The FCC has approved a funding grant that will bring WiFi to more schools. The $2 billion influx has come under fire, and likely won’t leave key groups happy. Still, the FCC is pushing forward with improving Internet access to schools nationwide.
“Because of what we do today, 10 million kids will be connected next year who otherwise wouldn’t. That’s something to be proud of” said FCC Chairman Tom Wheeler. The $2 billion will be spent over the next two years, with no plan beyond that. Though popular internally at the FCC, it has been met with widespread criticism elsewhere.
Both Republican and Democratic leaders condemn the move for damaging either the Universal Service Fund (USF) or E-Rate program. The USF is government subsidy tacked onto phone bills, which help with telecommunication services in rural areas. The E-Rate program funds Internet access to schools, and is part of the USF.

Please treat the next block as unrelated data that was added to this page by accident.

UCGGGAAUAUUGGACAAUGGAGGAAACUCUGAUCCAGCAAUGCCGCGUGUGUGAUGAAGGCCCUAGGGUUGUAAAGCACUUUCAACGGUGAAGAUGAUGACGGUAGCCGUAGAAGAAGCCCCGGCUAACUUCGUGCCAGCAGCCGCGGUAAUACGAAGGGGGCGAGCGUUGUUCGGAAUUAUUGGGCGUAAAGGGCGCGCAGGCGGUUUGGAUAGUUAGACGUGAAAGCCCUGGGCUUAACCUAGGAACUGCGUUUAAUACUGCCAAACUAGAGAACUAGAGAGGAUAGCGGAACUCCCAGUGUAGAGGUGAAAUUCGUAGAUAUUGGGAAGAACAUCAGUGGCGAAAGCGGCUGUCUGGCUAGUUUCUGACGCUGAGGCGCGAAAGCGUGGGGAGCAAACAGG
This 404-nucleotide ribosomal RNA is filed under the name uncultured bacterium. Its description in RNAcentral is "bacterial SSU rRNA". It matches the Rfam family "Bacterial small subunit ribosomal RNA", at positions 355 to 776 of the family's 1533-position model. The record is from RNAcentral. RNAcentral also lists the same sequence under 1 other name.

Republican Commissioner Ajit Pai says the FCC “has forfeited this opportunity for real, bipartisan reform of the E-Rate program. Real reform would have meaningfully simplified the application process. It would have ended the unfair treatment of small, rural schools and libraries.” The program gave out $2.2 billion for Internet connectivity in Schools and Libraries last year.
Joining the bipartisan outcry is the national PTA, as well as teachers unions. Both wanted increased funding to the E-Rate program ahead of this grant. E-Rate covers more than simply WiFi, which is what this $2 billion grant is focussed on. Democratic FCC Commissioner Jessica Rosenworcel said “this is not just a matter of getting schools and libraries connected — it’s a matter of our global competitiveness.”
The FCC said the program will be covered by unused funds and administrative cost-cutting measures.